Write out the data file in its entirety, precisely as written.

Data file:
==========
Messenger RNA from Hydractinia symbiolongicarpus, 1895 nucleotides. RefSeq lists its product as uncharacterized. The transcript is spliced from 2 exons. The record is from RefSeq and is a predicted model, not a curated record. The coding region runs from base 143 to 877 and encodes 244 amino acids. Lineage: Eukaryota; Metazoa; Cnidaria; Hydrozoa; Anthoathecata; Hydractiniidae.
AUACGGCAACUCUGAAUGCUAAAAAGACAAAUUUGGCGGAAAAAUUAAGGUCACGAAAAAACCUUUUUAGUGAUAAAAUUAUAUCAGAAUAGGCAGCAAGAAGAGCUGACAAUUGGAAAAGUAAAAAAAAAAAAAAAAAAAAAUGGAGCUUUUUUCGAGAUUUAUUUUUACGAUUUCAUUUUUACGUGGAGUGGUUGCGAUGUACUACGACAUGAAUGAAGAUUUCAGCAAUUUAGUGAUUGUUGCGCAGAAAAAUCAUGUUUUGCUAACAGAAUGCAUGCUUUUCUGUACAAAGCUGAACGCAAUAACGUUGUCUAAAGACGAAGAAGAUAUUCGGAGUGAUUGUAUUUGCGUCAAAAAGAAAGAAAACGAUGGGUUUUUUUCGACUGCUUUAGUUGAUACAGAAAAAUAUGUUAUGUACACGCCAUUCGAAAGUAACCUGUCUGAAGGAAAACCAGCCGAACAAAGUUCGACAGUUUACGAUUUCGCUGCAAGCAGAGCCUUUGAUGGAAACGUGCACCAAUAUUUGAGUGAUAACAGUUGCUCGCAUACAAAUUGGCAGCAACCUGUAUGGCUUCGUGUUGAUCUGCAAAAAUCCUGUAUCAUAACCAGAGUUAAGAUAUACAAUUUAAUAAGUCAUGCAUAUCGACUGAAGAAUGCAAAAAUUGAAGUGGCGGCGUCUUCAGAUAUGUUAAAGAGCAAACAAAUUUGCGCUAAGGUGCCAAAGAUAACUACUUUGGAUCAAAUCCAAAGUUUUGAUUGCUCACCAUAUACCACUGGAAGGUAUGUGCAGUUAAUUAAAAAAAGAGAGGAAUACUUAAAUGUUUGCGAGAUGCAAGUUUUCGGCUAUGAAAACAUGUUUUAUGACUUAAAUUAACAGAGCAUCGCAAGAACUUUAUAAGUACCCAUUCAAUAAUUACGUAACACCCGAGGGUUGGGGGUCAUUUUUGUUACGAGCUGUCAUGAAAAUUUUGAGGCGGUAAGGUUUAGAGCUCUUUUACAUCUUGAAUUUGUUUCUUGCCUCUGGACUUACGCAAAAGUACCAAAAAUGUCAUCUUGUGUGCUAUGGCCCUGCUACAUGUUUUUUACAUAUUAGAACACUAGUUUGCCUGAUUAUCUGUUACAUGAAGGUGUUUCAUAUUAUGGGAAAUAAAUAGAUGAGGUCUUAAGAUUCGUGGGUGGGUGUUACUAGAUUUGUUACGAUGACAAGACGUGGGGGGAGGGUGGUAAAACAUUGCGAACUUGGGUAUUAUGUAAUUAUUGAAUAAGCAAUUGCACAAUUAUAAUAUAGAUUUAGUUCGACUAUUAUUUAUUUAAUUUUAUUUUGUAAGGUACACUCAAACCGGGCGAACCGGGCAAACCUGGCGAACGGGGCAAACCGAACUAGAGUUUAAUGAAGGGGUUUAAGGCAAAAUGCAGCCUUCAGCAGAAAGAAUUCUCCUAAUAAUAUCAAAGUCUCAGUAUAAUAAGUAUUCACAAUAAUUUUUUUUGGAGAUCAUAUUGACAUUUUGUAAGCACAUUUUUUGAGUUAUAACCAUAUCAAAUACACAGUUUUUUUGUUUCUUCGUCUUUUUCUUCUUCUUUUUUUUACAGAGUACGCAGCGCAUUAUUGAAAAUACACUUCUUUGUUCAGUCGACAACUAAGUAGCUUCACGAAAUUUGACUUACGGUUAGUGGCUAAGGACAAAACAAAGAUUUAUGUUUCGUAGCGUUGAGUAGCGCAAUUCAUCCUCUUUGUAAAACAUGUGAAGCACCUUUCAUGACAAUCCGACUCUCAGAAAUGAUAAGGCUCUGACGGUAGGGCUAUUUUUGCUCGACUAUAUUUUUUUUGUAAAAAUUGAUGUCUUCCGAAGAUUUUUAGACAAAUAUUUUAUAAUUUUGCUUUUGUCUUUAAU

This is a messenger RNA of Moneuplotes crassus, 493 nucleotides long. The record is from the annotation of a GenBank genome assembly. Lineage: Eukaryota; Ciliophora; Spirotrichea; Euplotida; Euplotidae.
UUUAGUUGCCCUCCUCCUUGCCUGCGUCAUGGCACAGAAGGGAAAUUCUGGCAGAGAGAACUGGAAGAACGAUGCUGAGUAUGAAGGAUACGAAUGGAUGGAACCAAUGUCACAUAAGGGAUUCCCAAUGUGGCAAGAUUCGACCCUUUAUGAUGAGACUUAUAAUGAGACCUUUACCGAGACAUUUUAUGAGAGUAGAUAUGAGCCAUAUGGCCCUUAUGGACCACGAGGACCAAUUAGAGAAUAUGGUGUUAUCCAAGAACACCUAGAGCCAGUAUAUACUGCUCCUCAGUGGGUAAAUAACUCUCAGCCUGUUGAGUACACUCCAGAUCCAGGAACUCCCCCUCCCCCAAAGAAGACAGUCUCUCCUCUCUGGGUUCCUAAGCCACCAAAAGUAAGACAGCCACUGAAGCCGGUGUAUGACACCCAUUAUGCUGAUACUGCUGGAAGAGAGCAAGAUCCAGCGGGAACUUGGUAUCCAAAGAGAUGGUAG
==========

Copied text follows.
Messenger RNA from Hydractinia symbiolongicarpus, 1895 nucleotides. RefSeq lists its product as uncharacterized. The transcript is spliced from 2 exons. The record is from RefSeq and is a predicted model, not a curated record. The coding region runs from base 143 to 877 and encodes 244 amino acids. Lineage: Eukaryota; Metazoa; Cnidaria; Hydrozoa; Anthoathecata; Hydractiniidae.
AUACGGCAACUCUGAAUGCUAAAAAGACAAAUUUGGCGGAAAAAUUAAGGUCACGAAAAAACCUUUUUAGUGAUAAAAUUAUAUCAGAAUAGGCAGCAAGAAGAGCUGACAAUUGGAAAAGUAAAAAAAAAAAAAAAAAAAAAUGGAGCUUUUUUCGAGAUUUAUUUUUACGAUUUCAUUUUUACGUGGAGUGGUUGCGAUGUACUACGACAUGAAUGAAGAUUUCAGCAAUUUAGUGAUUGUUGCGCAGAAAAAUCAUGUUUUGCUAACAGAAUGCAUGCUUUUCUGUACAAAGCUGAACGCAAUAACGUUGUCUAAAGACGAAGAAGAUAUUCGGAGUGAUUGUAUUUGCGUCAAAAAGAAAGAAAACGAUGGGUUUUUUUCGACUGCUUUAGUUGAUACAGAAAAAUAUGUUAUGUACACGCCAUUCGAAAGUAACCUGUCUGAAGGAAAACCAGCCGAACAAAGUUCGACAGUUUACGAUUUCGCUGCAAGCAGAGCCUUUGAUGGAAACGUGCACCAAUAUUUGAGUGAUAACAGUUGCUCGCAUACAAAUUGGCAGCAACCUGUAUGGCUUCGUGUUGAUCUGCAAAAAUCCUGUAUCAUAACCAGAGUUAAGAUAUACAAUUUAAUAAGUCAUGCAUAUCGACUGAAGAAUGCAAAAAUUGAAGUGGCGGCGUCUUCAGAUAUGUUAAAGAGCAAACAAAUUUGCGCUAAGGUGCCAAAGAUAACUACUUUGGAUCAAAUCCAAAGUUUUGAUUGCUCACCAUAUACCACUGGAAGGUAUGUGCAGUUAAUUAAAAAAAGAGAGGAAUACUUAAAUGUUUGCGAGAUGCAAGUUUUCGGCUAUGAAAACAUGUUUUAUGACUUAAAUUAACAGAGCAUCGCAAGAACUUUAUAAGUACCCAUUCAAUAAUUACGUAACACCCGAGGGUUGGGGGUCAUUUUUGUUACGAGCUGUCAUGAAAAUUUUGAGGCGGUAAGGUUUAGAGCUCUUUUACAUCUUGAAUUUGUUUCUUGCCUCUGGACUUACGCAAAAGUACCAAAAAUGUCAUCUUGUGUGCUAUGGCCCUGCUACAUGUUUUUUACAUAUUAGAACACUAGUUUGCCUGAUUAUCUGUUACAUGAAGGUGUUUCAUAUUAUGGGAAAUAAAUAGAUGAGGUCUUAAGAUUCGUGGGUGGGUGUUACUAGAUUUGUUACGAUGACAAGACGUGGGGGGAGGGUGGUAAAACAUUGCGAACUUGGGUAUUAUGUAAUUAUUGAAUAAGCAAUUGCACAAUUAUAAUAUAGAUUUAGUUCGACUAUUAUUUAUUUAAUUUUAUUUUGUAAGGUACACUCAAACCGGGCGAACCGGGCAAACCUGGCGAACGGGGCAAACCGAACUAGAGUUUAAUGAAGGGGUUUAAGGCAAAAUGCAGCCUUCAGCAGAAAGAAUUCUCCUAAUAAUAUCAAAGUCUCAGUAUAAUAAGUAUUCACAAUAAUUUUUUUUGGAGAUCAUAUUGACAUUUUGUAAGCACAUUUUUUGAGUUAUAACCAUAUCAAAUACACAGUUUUUUUGUUUCUUCGUCUUUUUCUUCUUCUUUUUUUUACAGAGUACGCAGCGCAUUAUUGAAAAUACACUUCUUUGUUCAGUCGACAACUAAGUAGCUUCACGAAAUUUGACUUACGGUUAGUGGCUAAGGACAAAACAAAGAUUUAUGUUUCGUAGCGUUGAGUAGCGCAAUUCAUCCUCUUUGUAAAACAUGUGAAGCACCUUUCAUGACAAUCCGACUCUCAGAAAUGAUAAGGCUCUGACGGUAGGGCUAUUUUUGCUCGACUAUAUUUUUUUUGUAAAAAUUGAUGUCUUCCGAAGAUUUUUAGACAAAUAUUUUAUAAUUUUGCUUUUGUCUUUAAU

This is a messenger RNA of Moneuplotes crassus, 493 nucleotides long. The record is from the annotation of a GenBank genome assembly. Lineage: Eukaryota; Ciliophora; Spirotrichea; Euplotida; Euplotidae.
UUUAGUUGCCCUCCUCCUUGCCUGCGUCAUGGCACAGAAGGGAAAUUCUGGCAGAGAGAACUGGAAGAACGAUGCUGAGUAUGAAGGAUACGAAUGGAUGGAACCAAUGUCACAUAAGGGAUUCCCAAUGUGGCAAGAUUCGACCCUUUAUGAUGAGACUUAUAAUGAGACCUUUACCGAGACAUUUUAUGAGAGUAGAUAUGAGCCAUAUGGCCCUUAUGGACCACGAGGACCAAUUAGAGAAUAUGGUGUUAUCCAAGAACACCUAGAGCCAGUAUAUACUGCUCCUCAGUGGGUAAAUAACUCUCAGCCUGUUGAGUACACUCCAGAUCCAGGAACUCCCCCUCCCCCAAAGAAGACAGUCUCUCCUCUCUGGGUUCCUAAGCCACCAAAAGUAAGACAGCCACUGAAGCCGGUGUAUGACACCCAUUAUGCUGAUACUGCUGGAAGAGAGCAAGAUCCAGCGGGAACUUGGUAUCCAAAGAGAUGGUAG